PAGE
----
Rafael Nadal holds three balls in his right hand, studies them, discards one, pockets another and begins bouncing the third. He pauses to wipe his racket hand, brushes his hair and dribbles the ball some more. He rubs his cheek, tugs at his shorts, dribbles again and finally serves.
Often the point ends right there.
With all the time Nadal takes between points, he has a surprisingly potent serve and is ahead of schedule at Wimbledon.
The methodical king of clay made the semifinals for the first time yesterday, beating Jarkko Nieminen 6-3, 6-4, 6-4.
"It's a surprise to be in the semifinals, no?" Nadal said. "It's an unbelievable tournament for me."
The Spaniard joined two other improbable semifinalists, unseeded Swede Jonas Bjorkman and Cypriot Marcos Baghdatis. Nadal will play Baghdatis today, and Bjorkman will face three-time defending champion Roger Federer of Switzerland.
It's the first all-European men's final four at Wimbledon in 16 years.
Unlike many players raised on clay, Nadal embraced the challenge of adapting to grass but predicted he would need several years to become a title contender at Wimbledon. Instead, he has quickly found his footing on the lawns of the All England Club.
Only 20 and already a two-time French Open champion, he's trying to become the second Spanish man to win Wimbledon. He would join 1966 champion Manolo Santana, who offered Nadal encouragement in the locker room before the quarterfinals.
Three-time defending champion Roger Federer, riding a 46-match win streak on grass, is due up first on Centre Court against 34-year-old Swede Jonas Bjorkman, the oldest semifinalist since Jimmy Connors in 1987.
"I like grass courts," Baghdatis said. "It's pretty good to play on it. It fits to my game. I'm playing really aggressive and stuff. There's nothing I don't like."
The most unlikely of the semifinalists is Bjorkman, who last advanced this far at a major event nine years ago. His ranking fell last August to 129th, his lowest in a decade, and he considered retiring from singles to concentrate on doubles, where he has won eight major titles.
Baghdatis achieved a career breakthrough by finishing runner-up to Federer at the Australian Open, and he has soared from 56th to 16th in the rankings this year. Less than three weeks ago, his record for the year was 2-10. But the Swede's about to face Federer with a shot at his first Grand Slam final.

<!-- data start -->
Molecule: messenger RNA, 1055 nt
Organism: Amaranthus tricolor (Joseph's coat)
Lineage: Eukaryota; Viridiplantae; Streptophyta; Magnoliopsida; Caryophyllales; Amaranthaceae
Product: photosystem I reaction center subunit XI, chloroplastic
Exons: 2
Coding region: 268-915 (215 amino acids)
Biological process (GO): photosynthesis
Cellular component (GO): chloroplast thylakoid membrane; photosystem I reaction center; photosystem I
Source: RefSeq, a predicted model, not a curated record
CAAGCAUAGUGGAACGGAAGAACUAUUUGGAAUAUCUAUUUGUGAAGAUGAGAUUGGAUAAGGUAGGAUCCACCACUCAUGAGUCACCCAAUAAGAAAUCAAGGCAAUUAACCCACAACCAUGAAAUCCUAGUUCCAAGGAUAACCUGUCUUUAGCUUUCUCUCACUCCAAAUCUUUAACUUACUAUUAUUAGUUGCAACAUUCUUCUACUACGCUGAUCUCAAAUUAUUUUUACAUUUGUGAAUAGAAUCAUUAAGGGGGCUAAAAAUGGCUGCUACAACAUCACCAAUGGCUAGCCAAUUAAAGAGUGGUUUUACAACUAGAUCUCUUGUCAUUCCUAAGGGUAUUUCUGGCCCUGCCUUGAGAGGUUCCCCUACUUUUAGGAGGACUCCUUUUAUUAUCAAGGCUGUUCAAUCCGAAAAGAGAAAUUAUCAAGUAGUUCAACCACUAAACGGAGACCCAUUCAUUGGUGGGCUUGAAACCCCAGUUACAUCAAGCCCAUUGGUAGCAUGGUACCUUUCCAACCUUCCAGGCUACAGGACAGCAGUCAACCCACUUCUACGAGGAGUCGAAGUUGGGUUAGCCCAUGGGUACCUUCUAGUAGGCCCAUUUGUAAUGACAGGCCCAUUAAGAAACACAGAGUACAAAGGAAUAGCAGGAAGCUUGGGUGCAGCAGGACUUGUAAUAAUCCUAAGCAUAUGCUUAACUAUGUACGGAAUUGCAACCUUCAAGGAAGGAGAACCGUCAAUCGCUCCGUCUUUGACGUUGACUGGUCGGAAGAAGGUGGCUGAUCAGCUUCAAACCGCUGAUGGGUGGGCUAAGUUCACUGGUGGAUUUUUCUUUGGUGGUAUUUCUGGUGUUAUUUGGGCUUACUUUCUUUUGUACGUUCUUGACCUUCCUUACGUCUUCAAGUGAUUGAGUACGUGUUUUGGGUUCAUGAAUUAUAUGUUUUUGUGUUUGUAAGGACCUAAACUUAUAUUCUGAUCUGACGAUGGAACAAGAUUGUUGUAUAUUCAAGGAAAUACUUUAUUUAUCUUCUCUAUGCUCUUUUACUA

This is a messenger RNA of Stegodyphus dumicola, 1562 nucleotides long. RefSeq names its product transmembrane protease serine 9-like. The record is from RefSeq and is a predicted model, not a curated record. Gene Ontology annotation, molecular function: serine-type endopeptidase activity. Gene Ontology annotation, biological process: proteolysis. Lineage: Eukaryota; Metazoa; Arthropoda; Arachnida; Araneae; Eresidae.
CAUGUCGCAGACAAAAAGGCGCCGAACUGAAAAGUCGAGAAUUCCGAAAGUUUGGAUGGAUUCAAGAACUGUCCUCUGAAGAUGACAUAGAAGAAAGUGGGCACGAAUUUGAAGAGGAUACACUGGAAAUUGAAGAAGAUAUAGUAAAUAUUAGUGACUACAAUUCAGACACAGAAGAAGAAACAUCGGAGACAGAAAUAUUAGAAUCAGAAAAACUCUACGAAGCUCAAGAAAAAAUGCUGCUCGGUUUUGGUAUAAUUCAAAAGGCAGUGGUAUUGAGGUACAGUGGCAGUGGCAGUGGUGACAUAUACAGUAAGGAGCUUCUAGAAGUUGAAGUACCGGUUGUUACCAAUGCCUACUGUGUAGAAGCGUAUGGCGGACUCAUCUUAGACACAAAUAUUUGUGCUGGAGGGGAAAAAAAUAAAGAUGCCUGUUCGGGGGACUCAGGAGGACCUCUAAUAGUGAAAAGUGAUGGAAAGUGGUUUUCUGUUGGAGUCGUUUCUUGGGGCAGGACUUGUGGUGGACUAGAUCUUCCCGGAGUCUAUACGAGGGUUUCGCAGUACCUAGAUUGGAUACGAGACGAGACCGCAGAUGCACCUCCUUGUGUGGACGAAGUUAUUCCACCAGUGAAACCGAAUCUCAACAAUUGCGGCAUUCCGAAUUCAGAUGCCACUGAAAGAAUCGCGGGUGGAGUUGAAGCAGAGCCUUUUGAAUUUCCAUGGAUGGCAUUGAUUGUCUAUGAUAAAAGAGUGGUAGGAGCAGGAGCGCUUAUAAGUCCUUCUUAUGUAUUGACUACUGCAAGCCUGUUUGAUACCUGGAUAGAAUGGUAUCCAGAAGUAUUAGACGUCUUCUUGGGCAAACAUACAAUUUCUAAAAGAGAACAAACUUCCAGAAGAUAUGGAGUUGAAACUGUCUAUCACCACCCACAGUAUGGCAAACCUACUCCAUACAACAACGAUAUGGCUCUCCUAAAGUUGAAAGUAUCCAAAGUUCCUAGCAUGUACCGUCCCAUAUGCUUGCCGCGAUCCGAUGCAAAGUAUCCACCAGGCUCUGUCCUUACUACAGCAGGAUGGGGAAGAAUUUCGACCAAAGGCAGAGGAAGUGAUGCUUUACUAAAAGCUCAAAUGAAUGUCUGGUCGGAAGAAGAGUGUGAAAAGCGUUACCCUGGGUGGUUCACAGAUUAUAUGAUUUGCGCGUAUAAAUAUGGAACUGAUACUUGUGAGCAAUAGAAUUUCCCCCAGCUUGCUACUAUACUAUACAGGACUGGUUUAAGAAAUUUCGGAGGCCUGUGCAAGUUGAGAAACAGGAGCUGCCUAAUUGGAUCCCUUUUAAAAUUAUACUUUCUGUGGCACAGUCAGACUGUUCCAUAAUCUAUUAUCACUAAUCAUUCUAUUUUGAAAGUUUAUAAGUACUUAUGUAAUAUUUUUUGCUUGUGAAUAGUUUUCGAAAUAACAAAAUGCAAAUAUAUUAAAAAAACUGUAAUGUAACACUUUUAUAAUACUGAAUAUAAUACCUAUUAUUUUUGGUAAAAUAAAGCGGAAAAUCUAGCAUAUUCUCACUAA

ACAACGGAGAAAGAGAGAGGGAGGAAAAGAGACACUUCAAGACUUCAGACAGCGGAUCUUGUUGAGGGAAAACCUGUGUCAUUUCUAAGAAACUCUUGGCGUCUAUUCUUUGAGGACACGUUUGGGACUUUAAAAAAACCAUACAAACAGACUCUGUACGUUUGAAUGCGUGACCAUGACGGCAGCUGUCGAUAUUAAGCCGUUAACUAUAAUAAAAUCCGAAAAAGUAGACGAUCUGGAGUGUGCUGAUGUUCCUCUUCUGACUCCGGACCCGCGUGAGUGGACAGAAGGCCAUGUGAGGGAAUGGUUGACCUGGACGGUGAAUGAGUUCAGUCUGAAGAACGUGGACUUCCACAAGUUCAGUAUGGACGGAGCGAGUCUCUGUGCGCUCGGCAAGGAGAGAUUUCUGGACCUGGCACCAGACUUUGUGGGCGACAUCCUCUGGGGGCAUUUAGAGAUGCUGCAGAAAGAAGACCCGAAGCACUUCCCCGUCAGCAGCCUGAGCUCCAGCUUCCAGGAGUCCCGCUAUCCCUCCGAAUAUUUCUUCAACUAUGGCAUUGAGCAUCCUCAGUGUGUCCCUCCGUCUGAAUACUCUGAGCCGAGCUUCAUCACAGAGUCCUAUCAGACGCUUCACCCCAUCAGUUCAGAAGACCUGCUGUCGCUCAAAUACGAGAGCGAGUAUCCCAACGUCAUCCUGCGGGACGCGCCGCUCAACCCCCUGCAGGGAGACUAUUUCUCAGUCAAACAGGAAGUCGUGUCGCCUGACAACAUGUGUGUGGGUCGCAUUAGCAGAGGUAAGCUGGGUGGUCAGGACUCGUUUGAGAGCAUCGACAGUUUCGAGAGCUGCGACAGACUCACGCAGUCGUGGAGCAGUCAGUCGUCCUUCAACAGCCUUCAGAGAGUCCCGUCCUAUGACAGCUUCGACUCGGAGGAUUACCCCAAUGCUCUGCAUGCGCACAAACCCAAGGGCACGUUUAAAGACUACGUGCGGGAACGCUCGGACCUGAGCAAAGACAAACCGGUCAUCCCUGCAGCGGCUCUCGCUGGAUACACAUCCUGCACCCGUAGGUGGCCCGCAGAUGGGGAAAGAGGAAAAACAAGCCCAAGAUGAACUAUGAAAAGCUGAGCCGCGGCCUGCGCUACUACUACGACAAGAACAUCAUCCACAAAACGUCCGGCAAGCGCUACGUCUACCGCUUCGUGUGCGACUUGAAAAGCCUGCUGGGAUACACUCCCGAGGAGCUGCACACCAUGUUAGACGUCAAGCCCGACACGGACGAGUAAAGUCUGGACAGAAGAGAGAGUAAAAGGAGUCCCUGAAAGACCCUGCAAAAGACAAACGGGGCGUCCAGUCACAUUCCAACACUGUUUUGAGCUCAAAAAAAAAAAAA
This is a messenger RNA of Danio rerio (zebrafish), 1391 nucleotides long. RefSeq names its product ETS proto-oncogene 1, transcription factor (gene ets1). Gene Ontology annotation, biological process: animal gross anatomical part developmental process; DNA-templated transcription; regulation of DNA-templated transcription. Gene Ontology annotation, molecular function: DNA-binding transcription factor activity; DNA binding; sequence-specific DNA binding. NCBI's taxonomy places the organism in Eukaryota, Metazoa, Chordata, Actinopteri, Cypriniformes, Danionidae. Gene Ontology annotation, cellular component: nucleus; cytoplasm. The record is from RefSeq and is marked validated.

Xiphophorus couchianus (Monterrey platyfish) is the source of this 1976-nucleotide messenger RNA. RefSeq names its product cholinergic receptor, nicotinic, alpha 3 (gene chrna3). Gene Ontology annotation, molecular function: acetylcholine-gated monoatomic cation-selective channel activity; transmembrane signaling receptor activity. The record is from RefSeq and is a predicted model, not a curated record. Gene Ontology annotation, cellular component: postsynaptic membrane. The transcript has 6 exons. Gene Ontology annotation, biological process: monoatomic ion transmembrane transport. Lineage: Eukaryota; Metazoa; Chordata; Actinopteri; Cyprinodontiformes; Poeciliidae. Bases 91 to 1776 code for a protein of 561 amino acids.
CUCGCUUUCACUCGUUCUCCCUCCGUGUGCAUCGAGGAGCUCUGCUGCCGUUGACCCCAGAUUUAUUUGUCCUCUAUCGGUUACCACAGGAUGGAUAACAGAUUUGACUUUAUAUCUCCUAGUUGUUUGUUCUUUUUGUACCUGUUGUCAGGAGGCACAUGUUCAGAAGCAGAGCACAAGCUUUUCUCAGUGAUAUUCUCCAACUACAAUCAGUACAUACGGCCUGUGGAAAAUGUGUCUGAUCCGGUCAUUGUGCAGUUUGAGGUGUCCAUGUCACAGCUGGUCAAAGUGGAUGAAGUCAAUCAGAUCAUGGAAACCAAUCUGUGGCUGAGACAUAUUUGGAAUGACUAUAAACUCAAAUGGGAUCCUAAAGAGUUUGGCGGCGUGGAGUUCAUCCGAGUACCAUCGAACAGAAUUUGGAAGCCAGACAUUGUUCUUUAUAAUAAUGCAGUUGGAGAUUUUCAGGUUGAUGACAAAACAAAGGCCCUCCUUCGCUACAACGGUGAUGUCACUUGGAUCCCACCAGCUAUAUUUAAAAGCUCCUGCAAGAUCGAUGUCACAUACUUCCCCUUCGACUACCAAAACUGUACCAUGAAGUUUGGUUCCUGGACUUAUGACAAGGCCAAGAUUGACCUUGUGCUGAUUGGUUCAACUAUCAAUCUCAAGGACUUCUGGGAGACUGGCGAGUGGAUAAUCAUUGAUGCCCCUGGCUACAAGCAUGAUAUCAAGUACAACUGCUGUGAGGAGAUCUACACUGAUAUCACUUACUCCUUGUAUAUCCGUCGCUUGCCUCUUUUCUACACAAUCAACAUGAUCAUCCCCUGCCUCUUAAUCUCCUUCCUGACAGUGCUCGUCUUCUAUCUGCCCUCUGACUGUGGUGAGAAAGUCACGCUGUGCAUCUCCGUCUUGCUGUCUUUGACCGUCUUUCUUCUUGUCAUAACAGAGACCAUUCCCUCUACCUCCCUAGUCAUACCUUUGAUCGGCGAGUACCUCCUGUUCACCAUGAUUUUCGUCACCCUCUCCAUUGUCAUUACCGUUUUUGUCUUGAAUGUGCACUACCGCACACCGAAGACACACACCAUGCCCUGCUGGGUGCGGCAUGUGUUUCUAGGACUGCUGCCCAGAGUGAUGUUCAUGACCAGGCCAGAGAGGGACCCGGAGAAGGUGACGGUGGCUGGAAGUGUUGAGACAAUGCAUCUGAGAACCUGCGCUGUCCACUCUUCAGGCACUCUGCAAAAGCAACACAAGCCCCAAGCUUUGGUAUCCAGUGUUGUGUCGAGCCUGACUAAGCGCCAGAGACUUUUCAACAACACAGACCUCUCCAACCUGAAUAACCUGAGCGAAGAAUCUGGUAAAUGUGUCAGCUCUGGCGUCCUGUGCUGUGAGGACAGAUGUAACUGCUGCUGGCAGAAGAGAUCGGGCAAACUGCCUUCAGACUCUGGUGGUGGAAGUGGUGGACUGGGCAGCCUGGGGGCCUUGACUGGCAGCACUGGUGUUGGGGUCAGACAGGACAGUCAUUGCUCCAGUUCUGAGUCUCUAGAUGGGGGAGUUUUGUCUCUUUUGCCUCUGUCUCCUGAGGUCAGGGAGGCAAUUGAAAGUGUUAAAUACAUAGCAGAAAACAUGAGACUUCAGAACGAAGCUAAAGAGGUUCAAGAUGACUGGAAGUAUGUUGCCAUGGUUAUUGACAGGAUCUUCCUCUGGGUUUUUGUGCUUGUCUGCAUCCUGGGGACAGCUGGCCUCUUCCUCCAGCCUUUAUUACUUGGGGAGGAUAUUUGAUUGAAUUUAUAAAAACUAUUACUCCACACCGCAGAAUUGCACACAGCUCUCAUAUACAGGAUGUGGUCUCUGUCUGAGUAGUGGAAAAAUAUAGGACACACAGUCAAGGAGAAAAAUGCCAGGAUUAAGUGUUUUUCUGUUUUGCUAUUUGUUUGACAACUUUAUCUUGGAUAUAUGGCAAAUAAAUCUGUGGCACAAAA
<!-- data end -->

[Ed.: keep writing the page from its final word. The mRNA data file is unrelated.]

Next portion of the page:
Bjorkman, 34, is the oldest men's semifinalist at Wimbledon since Jimmy Connors in 1987. Baghdatis, emerging from a slump that began after his surprising run to the Australian Open final, remains the lone Cypriot to play in a major event.
"It's a dream come true to have an opportunity to play the Wimbledon semifinal against the best player in the world right now - probably going to be the best player ever," Bjorkman said.
And then there's the top-ranked Federer, who has won an Open-era record 46 consecutive grass-court matches and 26 in a row at the All England Club.
"For sure the king is Roger," Nadal said. "On grass."
Federer's nemesis may be gaining on him. Since losing the first two sets against qualifier Robert Kendrick in the second round, Nadal has won 12 consecutive sets.
And while the left-hander lacks the powerful serve and attacking approach of Federer and others who fare well on grass, he has not been broken in the past three rounds while facing only two break points.
"He's playing really well on grass," Nieminen said. "It's really surprising."
Nadal's progress was delayed a day because rain Wednesday forced postponement of his quarterfinal. But he remains on course for another showdown with Federer, who is 0-4 this year against Nadal including the French Open final and 54-0 against everyone else.
While the prospect of Nadal vs. Federer is tantalizing, Nadal vs. Baghdatis offers rivalry potential, too. Both are precocious, charismatic and eager to show they can win on any surface.